I think it's pretty cool. I've been able to go outside of the bay area a little more with the band on a tour of sorts. We have some shows coming up in Jacksonville and Orlando. I’ve lived in Florida all my life. There are so many good music hotspots here in our state. St. Petersburg is so relevant to me because they have such a great music and arts scene. I love it there, and I’ve found a lot of other awesome bands through playing shows there and in other cities in Florida. I'm actually really excited because my band is on the Orange Blossom Jamboree lineup this year in May. OBJ is a Florida exclusive festival but really just showcases Florida bands, so that's really cool to be able to be a part of that.
Tell me about your favorite kinds of venues to play.
It kind of differs, and it’s really on either end of the spectrum. I like the really dirty dive bars, especially for my solo stuff. I also really love playing festivals and showcase events where you can really work with the energy of the crowd and just lay on the entertainment thick. I really try to find something to take away from each venue I play through - whether it's a cover gig or a showcase gig.
What exactly is it that motivates your music?
I've been doing music full-time professionally for like four or five years, so there is some monetary motivation in there at this point. When I first started, and I was living with my mom and dad, I didn’t have a care in the world. I just really liked writing a song and playing it. The first time someone reacted to it is said, “Oh, that was really good!” I really connected with that song and was like “This is cool.” I didn’t expect that because when you write a song that comes from personal experience and you're all tender about it. Seeing someone connect to it made me realize I could relate to even more people through my music. I just feel like watching my music move people to dance, or smile, or cry, or clap, or whatever brings me so much happiness. I love that connection.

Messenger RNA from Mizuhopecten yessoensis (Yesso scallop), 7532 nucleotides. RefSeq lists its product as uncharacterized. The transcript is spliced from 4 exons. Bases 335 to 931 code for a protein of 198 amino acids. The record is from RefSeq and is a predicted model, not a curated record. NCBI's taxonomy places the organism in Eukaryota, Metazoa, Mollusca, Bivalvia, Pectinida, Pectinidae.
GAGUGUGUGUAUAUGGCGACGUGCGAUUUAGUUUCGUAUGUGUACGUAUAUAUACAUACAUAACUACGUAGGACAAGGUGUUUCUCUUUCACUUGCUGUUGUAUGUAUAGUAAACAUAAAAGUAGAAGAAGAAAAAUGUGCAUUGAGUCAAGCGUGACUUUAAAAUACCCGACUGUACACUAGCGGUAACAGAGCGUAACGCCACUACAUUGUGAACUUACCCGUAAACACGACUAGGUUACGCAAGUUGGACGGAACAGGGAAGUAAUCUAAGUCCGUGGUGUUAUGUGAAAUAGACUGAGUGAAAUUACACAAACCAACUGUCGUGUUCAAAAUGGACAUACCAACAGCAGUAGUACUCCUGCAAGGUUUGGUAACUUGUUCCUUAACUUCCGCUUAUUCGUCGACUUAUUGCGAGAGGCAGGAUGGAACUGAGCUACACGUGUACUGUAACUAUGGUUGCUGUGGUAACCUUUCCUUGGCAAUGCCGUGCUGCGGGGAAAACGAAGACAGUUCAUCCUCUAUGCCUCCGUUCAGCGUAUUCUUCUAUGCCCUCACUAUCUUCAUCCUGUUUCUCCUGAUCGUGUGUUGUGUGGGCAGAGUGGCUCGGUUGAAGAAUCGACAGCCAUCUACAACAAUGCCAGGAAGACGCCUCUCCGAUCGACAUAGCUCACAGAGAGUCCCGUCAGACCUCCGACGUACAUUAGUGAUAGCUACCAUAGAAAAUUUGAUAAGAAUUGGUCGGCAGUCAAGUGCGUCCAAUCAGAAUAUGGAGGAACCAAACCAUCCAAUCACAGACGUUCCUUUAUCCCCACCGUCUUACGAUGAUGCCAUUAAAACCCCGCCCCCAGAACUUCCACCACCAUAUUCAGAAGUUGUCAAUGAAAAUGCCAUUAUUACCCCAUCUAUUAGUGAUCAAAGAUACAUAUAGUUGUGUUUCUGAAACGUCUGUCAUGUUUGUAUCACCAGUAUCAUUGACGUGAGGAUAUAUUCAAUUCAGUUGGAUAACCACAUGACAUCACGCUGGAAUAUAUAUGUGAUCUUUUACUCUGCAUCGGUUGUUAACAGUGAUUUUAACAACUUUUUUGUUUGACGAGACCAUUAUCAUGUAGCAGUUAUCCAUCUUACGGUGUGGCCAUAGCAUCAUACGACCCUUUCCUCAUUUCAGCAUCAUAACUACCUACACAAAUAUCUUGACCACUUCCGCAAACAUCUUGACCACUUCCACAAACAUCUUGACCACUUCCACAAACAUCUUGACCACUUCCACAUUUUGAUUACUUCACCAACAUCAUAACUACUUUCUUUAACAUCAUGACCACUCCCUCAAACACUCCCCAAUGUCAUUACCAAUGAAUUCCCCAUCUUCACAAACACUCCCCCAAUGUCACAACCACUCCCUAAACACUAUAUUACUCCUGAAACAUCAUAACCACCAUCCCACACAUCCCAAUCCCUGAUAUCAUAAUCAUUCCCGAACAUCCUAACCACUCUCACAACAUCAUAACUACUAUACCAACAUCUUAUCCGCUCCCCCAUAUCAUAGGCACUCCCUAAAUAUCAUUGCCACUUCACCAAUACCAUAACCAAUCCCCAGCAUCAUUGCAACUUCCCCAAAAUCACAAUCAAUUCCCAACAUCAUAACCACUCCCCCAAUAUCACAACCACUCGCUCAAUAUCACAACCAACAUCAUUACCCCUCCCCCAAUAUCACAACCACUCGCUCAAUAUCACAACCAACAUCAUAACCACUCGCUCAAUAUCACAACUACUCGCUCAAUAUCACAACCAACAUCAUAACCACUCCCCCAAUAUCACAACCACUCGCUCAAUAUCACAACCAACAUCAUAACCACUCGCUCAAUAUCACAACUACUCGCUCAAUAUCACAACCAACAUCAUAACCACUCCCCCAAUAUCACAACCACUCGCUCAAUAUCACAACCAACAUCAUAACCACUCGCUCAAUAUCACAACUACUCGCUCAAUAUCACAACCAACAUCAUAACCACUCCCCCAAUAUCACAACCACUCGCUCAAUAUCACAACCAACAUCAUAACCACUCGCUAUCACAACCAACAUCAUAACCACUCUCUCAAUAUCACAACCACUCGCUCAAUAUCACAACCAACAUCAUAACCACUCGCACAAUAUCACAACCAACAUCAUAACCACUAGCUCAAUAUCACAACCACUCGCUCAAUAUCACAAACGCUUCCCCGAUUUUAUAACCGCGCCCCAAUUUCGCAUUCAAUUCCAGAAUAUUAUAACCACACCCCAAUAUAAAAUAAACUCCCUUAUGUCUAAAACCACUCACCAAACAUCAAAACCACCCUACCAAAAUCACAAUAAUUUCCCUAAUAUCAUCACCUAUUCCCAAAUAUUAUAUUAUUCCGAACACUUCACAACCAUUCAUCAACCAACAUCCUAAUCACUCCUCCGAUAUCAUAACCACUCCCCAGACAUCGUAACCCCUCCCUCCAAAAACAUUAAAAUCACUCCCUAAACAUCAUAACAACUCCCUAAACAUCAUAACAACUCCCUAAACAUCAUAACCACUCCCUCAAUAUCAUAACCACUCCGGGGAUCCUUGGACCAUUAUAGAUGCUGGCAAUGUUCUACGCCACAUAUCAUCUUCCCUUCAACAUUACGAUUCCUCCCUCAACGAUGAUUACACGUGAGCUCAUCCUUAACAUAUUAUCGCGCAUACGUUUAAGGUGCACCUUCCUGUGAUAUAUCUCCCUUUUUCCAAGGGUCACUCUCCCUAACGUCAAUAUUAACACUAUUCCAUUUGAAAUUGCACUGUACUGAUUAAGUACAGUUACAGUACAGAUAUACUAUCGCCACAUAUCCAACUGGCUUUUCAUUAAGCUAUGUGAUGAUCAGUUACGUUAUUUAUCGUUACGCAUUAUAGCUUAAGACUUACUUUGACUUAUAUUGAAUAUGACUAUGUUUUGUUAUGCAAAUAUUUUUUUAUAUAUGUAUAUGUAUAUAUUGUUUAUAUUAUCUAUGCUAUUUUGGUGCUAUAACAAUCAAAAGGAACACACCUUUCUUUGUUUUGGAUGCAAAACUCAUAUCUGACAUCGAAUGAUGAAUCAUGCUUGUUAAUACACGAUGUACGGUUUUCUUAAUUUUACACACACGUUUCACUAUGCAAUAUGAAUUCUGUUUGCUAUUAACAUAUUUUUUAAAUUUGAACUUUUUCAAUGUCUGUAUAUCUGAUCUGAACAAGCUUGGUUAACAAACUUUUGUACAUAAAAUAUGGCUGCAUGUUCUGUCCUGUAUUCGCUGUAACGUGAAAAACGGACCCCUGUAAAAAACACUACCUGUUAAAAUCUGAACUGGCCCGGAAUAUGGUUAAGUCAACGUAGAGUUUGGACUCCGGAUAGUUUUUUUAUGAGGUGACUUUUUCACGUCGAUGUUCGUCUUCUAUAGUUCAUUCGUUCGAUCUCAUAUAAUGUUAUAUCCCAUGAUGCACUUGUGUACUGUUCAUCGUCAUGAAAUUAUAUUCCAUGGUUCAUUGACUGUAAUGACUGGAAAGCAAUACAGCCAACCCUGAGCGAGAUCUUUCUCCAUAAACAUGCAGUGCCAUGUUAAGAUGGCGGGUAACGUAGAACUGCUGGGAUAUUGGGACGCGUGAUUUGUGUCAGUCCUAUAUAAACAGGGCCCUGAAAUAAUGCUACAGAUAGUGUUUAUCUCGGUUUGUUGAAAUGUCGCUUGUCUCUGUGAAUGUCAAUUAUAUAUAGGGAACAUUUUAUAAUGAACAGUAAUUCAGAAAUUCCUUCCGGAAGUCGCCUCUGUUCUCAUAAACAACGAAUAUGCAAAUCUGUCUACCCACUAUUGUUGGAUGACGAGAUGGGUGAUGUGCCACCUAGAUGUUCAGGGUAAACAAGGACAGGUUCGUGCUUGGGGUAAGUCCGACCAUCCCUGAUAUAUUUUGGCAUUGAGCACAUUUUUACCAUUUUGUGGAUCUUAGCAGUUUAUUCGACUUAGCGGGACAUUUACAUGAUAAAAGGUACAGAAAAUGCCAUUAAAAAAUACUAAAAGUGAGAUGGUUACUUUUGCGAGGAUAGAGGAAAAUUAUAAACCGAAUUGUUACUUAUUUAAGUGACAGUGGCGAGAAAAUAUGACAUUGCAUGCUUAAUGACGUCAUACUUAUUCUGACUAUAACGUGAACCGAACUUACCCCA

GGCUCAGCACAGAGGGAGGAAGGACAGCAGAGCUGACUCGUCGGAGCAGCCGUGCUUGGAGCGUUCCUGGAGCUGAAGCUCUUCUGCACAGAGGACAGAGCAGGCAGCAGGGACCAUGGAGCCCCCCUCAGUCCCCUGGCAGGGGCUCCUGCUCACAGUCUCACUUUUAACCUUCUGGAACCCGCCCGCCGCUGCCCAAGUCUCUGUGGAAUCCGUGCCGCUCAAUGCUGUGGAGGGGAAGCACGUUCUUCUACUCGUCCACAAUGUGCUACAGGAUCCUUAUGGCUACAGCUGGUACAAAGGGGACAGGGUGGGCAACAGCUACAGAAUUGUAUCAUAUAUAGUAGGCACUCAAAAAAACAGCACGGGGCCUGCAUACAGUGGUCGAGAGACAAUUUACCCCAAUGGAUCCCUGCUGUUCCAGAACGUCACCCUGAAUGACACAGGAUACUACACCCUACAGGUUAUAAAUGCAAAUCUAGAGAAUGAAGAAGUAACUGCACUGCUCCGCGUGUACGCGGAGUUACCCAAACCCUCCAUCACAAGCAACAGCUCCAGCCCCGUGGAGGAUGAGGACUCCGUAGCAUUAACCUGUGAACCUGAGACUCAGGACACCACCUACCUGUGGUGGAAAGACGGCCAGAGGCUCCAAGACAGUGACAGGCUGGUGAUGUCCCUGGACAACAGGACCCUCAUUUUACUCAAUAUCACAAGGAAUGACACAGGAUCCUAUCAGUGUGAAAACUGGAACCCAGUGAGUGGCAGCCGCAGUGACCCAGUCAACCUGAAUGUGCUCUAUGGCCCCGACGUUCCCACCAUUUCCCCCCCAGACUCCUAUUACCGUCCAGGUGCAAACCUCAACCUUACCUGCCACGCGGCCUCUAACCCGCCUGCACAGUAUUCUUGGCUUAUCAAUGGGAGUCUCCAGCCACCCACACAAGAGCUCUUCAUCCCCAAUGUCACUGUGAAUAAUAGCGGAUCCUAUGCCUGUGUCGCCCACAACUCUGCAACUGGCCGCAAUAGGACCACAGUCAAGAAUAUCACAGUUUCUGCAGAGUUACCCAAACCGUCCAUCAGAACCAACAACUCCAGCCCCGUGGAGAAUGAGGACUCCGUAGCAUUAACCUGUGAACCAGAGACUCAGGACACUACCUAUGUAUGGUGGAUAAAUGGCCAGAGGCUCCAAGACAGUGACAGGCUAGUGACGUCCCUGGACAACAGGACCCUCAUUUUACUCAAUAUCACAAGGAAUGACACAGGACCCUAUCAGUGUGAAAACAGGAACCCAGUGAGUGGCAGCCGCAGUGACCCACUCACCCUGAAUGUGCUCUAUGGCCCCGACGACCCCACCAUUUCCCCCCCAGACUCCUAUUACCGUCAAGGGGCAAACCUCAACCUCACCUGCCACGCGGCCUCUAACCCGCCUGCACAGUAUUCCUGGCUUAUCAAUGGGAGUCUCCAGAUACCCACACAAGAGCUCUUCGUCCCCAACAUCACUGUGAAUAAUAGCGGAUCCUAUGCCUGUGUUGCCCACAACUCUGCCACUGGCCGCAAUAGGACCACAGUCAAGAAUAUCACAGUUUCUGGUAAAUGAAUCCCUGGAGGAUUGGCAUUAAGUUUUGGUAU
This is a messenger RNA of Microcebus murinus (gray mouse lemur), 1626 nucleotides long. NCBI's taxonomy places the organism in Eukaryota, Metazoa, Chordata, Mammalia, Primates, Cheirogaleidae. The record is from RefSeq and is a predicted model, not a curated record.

You are my final interview for celebrating Women in Music this month. Do you think that being a woman in your industry alters your experience at all?
I think it does. At any gig or show where I am carrying something, I’ve had people physically try to, like, rip speakers out of my hand. They’ll say, “Oh no, you shouldn't be carrying that!” and I'm like,” Excuse me. First of all, I didn't ask for your help or critique. Second of all, this is like my gym membership it, and it's free so don't take that away for me please!” I do this for a living - you don’t need to worry about me being able to do the heavy lifting. On the business side of things, I haven't really run into issues like I've heard some other girls have, thankfully. I keep things professional because I have a task at hand, so I get things done that I need to get done. I feel like what I have to deal with is what any woman in any profession has to deal with - Creeps at the bar, stuff like that.
Do you have any like women based artists that really speak to you?
I was a hermit for a long while I just recently I started to going out into the scene more - especially since I got the band together. I really love people like Ella Jet. I have a whole group of girls that do the same thing I do with the full-time solo gigging like Taylor Reed, Mallory Moyer, the list goes on and on. I love my ladies.
What can your community do to really help your artwork?
Catch Danielle Mohr of HoneyWhat on May 25th at the SRQ Margarita Festival!
This interview has been lightly edited and condensed for clarity.